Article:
• According to this theory Pururava-Urvashi dialogue hymn was one of the earliest known performative texts. Urvashi was the key figure of this text. There are legends showing relationship of Urvashi with dramatic art. Through a legend recorded in Natyashastra it is implied that she was responsible for bringing on earth the heavenly art of drama.
    • In p. 146.

The Kathá Sarit Ságara or Ocean of the Streams of Story[edit]

O Divine sage, the king Purúravas, at present abiding in the garden of Nandana, having had his mind captivated by Urvaśí, remains incapable of bearing the pain of separation from his love. Therefore go, O hermit, and informing Indra as from me, cause that Urvaśí to be quickly given to the king. - Vishṇu.

The Kathá Sarit Ságara or Ocean of the Streams of Story, p. 116-17.

  • ...there was a king of the name of Purúravas, who was a devoted worshipper of Vishṇu; he traversed heaven as well as earth without opposition, and one day, as he was sauntering in Nandana, the garden of the gods, a certain Apsaras of the name of Urvaśí, who was a second stupefying weapon in the hands of Love, cast an eye upon him. The moment she beheld him, the sight so completely robbed her of her senses, that she alarmed the timid minds of Rambhá and her other friends.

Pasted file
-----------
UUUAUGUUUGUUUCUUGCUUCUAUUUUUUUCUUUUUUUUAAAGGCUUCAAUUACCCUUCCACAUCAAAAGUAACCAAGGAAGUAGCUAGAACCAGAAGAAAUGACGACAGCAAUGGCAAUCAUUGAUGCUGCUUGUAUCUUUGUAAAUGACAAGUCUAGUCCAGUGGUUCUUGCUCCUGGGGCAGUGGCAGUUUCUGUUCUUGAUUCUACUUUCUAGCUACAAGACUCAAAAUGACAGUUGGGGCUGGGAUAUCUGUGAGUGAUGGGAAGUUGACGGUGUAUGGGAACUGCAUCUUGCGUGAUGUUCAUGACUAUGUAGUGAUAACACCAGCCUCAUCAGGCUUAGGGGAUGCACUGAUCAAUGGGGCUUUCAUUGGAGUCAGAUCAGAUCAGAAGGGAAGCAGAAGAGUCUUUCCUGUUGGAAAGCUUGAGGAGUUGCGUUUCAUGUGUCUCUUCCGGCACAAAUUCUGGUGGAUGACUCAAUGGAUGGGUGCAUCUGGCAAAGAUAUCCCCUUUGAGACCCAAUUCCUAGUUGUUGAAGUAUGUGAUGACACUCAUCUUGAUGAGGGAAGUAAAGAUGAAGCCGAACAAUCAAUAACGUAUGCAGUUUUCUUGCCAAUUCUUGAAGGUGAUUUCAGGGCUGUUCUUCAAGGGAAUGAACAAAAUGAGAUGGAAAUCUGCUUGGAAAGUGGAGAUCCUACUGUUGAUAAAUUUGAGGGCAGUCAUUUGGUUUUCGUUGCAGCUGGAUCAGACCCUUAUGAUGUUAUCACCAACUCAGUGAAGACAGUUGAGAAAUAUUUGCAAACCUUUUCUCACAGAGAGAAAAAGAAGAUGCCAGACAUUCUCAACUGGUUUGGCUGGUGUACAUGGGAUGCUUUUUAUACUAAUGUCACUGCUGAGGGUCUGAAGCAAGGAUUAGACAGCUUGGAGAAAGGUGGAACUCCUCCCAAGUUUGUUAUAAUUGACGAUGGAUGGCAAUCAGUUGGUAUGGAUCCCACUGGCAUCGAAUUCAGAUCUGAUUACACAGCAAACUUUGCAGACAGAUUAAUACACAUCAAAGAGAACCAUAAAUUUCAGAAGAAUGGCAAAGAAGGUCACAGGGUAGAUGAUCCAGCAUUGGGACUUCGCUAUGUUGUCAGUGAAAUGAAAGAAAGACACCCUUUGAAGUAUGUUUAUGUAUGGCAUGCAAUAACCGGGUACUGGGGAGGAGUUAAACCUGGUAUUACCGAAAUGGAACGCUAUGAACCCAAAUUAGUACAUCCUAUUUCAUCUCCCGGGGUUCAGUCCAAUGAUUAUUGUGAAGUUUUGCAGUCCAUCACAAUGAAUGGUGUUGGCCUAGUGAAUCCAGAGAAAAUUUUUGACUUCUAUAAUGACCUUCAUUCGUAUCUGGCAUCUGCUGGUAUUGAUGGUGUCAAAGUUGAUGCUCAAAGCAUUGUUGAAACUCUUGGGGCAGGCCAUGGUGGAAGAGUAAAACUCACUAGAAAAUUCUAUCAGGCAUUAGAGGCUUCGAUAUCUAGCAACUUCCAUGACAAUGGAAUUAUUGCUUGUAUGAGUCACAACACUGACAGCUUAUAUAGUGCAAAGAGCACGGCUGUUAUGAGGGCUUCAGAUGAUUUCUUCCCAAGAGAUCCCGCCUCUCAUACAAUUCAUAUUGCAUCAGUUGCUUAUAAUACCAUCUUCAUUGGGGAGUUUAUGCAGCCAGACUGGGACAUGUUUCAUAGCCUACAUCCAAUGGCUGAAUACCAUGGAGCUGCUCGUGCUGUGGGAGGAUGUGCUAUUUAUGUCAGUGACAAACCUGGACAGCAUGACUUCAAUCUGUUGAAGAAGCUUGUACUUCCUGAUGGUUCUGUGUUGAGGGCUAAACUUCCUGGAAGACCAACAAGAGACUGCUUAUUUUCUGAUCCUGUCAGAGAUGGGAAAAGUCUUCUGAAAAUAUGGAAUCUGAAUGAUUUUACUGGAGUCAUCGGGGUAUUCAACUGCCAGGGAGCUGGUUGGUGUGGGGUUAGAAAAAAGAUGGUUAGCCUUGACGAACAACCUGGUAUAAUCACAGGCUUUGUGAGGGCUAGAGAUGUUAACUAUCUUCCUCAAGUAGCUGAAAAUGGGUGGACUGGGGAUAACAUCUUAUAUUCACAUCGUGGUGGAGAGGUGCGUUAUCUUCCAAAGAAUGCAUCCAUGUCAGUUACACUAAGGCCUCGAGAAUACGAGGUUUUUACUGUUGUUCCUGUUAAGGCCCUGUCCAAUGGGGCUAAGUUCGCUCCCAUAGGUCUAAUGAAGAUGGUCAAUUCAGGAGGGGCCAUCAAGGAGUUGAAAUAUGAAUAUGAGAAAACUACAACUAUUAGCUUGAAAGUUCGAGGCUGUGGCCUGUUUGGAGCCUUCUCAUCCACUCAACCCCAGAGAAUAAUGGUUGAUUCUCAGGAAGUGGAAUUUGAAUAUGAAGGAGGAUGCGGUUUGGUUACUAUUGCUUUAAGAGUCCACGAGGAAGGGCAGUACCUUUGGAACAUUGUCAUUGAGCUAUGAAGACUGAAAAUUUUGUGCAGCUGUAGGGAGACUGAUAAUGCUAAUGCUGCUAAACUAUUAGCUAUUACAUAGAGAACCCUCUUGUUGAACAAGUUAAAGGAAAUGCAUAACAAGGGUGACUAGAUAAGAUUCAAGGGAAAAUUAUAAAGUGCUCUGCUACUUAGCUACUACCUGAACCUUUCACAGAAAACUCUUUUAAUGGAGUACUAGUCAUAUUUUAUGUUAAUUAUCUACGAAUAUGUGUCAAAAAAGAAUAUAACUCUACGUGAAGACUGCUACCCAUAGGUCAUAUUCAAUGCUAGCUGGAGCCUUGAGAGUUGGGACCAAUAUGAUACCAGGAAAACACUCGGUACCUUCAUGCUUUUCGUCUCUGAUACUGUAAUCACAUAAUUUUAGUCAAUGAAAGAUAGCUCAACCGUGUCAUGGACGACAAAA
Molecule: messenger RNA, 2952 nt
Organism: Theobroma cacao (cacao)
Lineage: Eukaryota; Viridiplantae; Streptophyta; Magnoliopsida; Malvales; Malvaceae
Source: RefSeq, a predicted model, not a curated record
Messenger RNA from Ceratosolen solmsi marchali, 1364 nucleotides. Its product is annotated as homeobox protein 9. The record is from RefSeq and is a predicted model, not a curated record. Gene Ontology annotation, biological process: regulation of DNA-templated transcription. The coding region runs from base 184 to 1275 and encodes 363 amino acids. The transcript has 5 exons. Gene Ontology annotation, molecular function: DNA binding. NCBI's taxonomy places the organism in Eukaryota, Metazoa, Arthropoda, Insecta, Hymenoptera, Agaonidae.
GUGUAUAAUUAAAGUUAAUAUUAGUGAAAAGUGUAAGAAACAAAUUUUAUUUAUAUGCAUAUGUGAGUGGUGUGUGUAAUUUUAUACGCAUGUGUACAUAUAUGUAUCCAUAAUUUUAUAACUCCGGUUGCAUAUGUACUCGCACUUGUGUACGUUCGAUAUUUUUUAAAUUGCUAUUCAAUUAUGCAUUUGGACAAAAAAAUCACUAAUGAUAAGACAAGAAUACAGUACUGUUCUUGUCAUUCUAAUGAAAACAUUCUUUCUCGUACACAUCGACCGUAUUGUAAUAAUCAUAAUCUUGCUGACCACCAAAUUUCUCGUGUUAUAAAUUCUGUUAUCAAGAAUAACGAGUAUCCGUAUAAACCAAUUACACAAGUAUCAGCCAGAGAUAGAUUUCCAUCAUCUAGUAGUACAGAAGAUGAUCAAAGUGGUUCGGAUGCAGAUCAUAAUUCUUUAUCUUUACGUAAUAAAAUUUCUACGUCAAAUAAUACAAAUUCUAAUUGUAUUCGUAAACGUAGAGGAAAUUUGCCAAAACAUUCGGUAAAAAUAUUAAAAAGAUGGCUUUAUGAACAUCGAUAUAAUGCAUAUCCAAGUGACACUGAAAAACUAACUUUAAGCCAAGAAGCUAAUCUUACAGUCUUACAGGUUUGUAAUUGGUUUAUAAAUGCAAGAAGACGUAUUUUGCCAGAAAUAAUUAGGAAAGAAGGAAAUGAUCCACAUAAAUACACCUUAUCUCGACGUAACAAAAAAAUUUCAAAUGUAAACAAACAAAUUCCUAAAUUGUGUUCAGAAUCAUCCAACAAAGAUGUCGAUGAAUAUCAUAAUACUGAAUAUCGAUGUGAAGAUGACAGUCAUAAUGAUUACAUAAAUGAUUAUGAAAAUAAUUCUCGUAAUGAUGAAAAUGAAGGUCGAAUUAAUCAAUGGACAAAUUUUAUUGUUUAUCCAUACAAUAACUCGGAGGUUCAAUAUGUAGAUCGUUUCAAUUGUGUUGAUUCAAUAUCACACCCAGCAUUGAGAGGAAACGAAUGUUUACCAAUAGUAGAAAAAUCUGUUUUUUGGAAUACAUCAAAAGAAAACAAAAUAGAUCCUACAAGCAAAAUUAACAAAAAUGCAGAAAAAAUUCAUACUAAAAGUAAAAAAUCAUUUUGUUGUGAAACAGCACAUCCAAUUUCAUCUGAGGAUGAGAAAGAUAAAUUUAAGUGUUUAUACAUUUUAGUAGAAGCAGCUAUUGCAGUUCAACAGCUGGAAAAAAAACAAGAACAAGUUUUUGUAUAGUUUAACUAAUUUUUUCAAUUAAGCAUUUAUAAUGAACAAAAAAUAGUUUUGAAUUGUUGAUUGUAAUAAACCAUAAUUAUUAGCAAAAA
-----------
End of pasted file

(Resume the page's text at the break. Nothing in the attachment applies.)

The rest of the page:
• The king too, when he saw that torrent of the nectar of beauty, was quite faint with thirst, because he could not obtain possession of her. Then Vishṇu, who knoweth all, dwelling in the sea of milk, gave the following command to Nárada, an excellent hermit, who came to visit him
  • O Divine sage, the king Purúravas, at present abiding in the garden of Nandana, having had his mind captivated by Urvaśí, remains incapable of bearing the pain of separation from his love. Therefore go, O hermit, and informing Indra as from me, cause that Urvaśí to be quickly given to the king.
  • Rise up, O king, for thy sake I am sent here by Vishṇu, for that god does not neglect the sufferings of those who are unfeignedly devoted to him.
  • Nárada cheered up Purúravas, and then went with him into the presence of the king of the gods. Then he communicated the order of Vishṇu to Indra, who received it with reverent mind, and so the hermit caused Urvaśí to be given to Purúravas. That gift of Urvaśí deprived the inhabitants of heaven of life, but it was to Urvaśí herself an elixir to restore her to life.